Kene (Naga wrestling) – Wikipedia

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Traditional wrestling of the Nagas

Kene
Also known as Künü; Afaii mai
Focus Grappling
Hardness Full-contact
Creator Unknown
Parenthood Historical
Olympic sport No

Kene ( kɛ-nɛ) or Naga wrestling is a folk wrestling style and traditional sport of the Nagas.[1] It is closely related to Ssireum, the traditional national sport of Korea. The objective of the sport is to bring any part of the opponent’s body above the knee to the ground.[2][3]

Kene is played by the Tenyi–mi ethnic group of the Nagas—Angami, Chakhesang and Zeliangrong of Nagaland & Mao, Maram and Poumai of Manipur.[4]

Each wrestler wears a coloured cloth tied around the waist. Holding the opponent’s waist-binder with both hands, the wrestler must attempt to topple the other onto the ground.

History[edit]

Kene is one of the oldest traditional games of the Nagas. Though this style of wrestling has been practiced in the region for several centuries, the modern version of the sport was developed only in the mid 20th century.

The construction of the highway between Kohima and Imphal in the 1930s and 1940s brought together many Tenyimi villagers to participate in the road construction to earn some cash as it was a burden to pay house tax to the British regime as cash was scarce at that time. During lunch breaks, wrestling matches would be held among the workers. Each respective village leaders chooses its best wrestlers to participate in the matches.

In 1965, the first organised wrestling meet was initiated by the Federal Government of Nagaland. It was later reinforced with the formation of the Naga Wrestling Board in 1969 and under its aegis the first Naga Wrestling Championship was held on 20 May 1971.[5]

Traditionally, the match takes place within a circular ring, filled with mounded dirt. Modern matches are held in a wrestling ring. Contestants wears a towel or a belt around their waist which is used for takedowns.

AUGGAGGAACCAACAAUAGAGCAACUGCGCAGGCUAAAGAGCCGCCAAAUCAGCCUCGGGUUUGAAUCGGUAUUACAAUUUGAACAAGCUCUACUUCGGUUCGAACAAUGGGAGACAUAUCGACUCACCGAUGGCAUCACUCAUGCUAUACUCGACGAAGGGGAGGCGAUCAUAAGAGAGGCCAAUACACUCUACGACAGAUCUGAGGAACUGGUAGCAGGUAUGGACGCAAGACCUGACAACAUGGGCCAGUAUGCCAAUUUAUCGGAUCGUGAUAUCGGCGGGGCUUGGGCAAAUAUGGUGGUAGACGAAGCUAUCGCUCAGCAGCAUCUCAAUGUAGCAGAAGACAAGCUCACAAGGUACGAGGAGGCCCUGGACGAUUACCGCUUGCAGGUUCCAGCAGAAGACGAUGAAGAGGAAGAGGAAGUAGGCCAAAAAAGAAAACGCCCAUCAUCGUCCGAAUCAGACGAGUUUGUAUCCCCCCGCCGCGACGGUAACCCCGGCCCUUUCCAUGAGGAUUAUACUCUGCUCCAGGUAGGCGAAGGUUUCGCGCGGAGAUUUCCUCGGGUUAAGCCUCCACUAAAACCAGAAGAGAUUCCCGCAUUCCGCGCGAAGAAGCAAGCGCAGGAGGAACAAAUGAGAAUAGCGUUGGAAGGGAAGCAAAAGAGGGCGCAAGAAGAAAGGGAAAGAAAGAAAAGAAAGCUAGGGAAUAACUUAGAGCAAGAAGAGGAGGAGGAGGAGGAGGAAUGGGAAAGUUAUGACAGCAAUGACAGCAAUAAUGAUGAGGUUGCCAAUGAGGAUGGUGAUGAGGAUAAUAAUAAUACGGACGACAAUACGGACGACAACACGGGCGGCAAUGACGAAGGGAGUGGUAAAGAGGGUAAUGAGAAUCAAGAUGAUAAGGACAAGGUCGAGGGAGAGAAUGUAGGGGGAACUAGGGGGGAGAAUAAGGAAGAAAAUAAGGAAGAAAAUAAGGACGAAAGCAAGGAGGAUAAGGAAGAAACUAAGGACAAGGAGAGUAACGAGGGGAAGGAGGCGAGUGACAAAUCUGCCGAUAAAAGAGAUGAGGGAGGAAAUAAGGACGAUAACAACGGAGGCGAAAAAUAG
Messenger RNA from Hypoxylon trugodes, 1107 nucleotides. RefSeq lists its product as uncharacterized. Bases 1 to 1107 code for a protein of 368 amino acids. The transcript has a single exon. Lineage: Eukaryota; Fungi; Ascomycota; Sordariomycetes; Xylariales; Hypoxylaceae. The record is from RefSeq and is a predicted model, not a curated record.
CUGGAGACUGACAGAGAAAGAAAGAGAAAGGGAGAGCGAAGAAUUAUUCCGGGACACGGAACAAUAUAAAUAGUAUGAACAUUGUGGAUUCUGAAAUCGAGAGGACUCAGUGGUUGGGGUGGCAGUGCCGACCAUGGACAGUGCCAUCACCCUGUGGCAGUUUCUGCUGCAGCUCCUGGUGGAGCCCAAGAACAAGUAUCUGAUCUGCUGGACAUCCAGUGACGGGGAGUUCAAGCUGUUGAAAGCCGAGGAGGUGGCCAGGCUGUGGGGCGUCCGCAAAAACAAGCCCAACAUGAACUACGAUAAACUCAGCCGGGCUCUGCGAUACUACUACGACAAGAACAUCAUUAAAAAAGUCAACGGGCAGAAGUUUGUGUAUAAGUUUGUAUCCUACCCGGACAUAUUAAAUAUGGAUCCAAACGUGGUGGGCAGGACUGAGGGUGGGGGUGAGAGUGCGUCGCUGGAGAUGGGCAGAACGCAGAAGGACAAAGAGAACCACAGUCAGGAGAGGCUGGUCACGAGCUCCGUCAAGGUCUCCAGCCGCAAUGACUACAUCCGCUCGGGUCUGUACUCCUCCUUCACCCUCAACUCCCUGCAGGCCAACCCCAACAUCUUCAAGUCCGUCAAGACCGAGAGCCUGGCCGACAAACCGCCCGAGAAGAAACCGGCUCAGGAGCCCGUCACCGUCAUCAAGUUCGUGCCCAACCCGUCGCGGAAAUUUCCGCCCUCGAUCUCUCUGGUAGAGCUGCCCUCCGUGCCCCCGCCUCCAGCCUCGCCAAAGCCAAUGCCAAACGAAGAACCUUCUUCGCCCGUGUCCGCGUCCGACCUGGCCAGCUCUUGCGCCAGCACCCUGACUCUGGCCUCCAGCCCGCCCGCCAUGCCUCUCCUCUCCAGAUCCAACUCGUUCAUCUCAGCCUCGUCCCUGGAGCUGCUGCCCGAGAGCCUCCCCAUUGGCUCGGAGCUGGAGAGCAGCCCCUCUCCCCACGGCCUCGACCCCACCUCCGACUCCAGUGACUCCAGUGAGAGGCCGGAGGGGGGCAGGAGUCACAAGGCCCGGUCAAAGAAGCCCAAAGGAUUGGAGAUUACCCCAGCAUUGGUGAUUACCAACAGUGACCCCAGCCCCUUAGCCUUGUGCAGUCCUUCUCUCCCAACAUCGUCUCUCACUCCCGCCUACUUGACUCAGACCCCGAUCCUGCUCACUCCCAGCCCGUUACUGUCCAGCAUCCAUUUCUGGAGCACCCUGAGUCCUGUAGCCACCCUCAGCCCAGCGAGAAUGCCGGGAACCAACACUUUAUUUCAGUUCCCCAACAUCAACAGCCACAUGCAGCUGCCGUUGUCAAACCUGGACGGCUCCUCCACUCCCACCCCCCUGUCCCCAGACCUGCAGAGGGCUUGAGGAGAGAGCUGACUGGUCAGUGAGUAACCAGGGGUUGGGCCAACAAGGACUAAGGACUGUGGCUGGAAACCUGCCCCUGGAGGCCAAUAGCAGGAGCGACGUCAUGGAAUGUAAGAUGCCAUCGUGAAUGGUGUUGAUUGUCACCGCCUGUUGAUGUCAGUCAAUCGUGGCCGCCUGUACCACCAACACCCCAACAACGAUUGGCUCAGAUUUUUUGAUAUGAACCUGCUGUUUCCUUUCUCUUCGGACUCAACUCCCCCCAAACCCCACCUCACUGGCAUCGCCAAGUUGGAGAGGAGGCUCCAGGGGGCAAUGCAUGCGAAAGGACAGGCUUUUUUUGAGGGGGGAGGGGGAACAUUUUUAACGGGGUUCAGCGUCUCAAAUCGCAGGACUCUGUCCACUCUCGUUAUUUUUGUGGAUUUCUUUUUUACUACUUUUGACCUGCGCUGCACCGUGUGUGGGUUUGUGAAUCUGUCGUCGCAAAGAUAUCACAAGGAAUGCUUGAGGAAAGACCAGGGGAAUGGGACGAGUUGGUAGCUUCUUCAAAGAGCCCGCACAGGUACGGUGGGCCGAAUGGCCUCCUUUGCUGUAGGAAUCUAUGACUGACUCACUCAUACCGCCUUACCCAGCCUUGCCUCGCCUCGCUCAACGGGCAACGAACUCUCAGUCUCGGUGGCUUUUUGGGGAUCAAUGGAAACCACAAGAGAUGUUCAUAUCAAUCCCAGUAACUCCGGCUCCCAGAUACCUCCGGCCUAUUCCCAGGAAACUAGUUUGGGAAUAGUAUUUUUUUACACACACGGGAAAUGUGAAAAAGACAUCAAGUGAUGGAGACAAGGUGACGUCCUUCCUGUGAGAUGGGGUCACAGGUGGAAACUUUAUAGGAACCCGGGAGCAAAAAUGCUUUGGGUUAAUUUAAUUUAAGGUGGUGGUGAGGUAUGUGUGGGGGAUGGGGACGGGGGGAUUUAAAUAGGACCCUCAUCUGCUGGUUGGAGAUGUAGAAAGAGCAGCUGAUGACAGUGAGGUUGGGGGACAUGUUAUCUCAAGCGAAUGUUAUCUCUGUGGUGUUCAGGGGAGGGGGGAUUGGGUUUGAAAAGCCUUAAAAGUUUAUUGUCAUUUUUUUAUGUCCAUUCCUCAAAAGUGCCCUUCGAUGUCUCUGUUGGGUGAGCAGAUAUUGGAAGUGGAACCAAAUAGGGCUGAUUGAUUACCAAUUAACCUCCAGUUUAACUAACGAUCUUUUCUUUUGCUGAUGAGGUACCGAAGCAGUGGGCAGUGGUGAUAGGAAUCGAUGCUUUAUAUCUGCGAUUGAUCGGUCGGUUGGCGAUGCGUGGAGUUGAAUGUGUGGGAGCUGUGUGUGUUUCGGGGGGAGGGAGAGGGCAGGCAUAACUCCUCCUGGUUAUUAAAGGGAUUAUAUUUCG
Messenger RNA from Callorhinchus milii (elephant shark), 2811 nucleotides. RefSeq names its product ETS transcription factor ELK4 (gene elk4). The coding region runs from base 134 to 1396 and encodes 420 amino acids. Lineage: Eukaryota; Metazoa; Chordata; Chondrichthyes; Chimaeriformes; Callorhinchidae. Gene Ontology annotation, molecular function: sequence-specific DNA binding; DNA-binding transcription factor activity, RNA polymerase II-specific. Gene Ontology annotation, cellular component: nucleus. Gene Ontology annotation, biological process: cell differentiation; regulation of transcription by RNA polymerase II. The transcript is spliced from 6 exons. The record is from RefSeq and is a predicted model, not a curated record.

At the start of the match both the contestants holds each other in a grappling position, in which each wrestler is grabbing the other’s by their belt. The fight begins with the referee’s whistle who works within the ring to judge and control the conduct of the wrestlers, rule on their ability to wrestler safely, count knocked-down wrestlers, and rule on fouls.

A single match is contested in a best of three fights format, in which the wrestler to win two fights first wins the match. There are no weight classifications.

Competition[edit]

Naga Wrestling Championship[edit]

The Naga Wrestling Championship organized by the Nagaland Wrestling Association is held biennially
but only the Angamis, Chakhesangs and Zeliangs are affiliated to the NWA because the Nagas of Manipur were restricted to participate in the tournament by the Government of Manipur. Venüzo Dawhuo emerged as the champion of the 28th Naga Wrestling Championship 2022.[6]

Naga Open Wrestling Championship[edit]

The Naga Open Wrestling Championship is held biennially since 1997. Under this anyone from the non-affiliated members of the Nagaland Wrestling Association can participate. Venüzo Dawhuo holds the title of the 13th Naga Open Wrestling Championship 2021.[7]

Hornbill International Wrestling Championship[edit]

Hornbill International Wrestling Championship is held annually since 2007 organized by the Nagaland Wrestling Association as part of the Hornbill Festival celebrations. Vekütho Soho holds the title of the 13th Hornbill International Wrestling Championship 2019.[8]

See also[edit]

References[edit]

External links[edit]